~ Terence McKenna


What is the biggest inspiration for your music?
I’ve been tapping out little intricate rhythms on anything that’s around as long as I can remember, its kind of an OCD quality I have. I always feel rhythms in me, and over the years they have come to inform everything I do. I took classical piano lessons for 8 years before aband oning them in favour of electronic experimentation.

How and when did you get into making music?
When I was 14 I began working on Protools and helped my high school found its electronic music department. There was never a question in me of whether I wanted to make music or media, it all came naturally and intuitively … it was in a way the most obvious thing to do with my time.

What are your 5 favourite albums of all time?
uh-ohhh ___ Thiiiisss question :0 hahaha. I think I can’t answer that, I am in flux, always, but I can tell you what is in my mind / heart right now … what is really inspiring me.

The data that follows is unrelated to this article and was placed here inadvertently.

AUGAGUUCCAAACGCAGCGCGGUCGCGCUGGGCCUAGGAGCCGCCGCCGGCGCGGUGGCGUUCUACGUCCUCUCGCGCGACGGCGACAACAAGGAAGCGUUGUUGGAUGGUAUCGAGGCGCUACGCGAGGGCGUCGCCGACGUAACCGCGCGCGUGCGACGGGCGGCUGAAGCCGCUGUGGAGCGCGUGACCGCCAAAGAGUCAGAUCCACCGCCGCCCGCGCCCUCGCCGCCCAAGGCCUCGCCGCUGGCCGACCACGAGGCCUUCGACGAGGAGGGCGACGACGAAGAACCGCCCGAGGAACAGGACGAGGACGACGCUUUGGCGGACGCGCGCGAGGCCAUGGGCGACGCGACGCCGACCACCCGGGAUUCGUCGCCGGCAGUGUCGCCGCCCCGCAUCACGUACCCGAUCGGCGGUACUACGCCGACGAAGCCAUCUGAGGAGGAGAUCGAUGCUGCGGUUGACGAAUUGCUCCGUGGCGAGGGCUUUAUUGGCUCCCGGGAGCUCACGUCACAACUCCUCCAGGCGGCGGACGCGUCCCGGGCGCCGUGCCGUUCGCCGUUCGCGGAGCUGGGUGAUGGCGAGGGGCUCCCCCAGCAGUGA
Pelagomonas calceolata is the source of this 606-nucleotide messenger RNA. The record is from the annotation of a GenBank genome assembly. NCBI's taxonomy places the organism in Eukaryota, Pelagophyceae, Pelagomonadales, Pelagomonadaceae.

SIGUS ROS – Með suð í eyrum við spilum endalaus
RACHEL’S – Systems / Layers

What do you associate with Berlin?
Whenever I’m in Europe everyone tells me I NEED to go to Berlin. I hear great things about the music, art, the people. It sounds like a mecca for some pretty forward-thinking work …
hopefully sometime soon I’ll be able to experience it for myself.

What’s your favourite place in your town?
This is wonderfully broad, haha … Though I can conjure up my answer almost immediately,
It is the Downtown Independent Theatre. The owner Jim Kirst, Gus, Vivian, all those people have really created an entirely new kind of 21st century venue. I feel honored to be able to play there so often. It is not just a theatre, music venue, or performance space, it is a hybridization of all these things.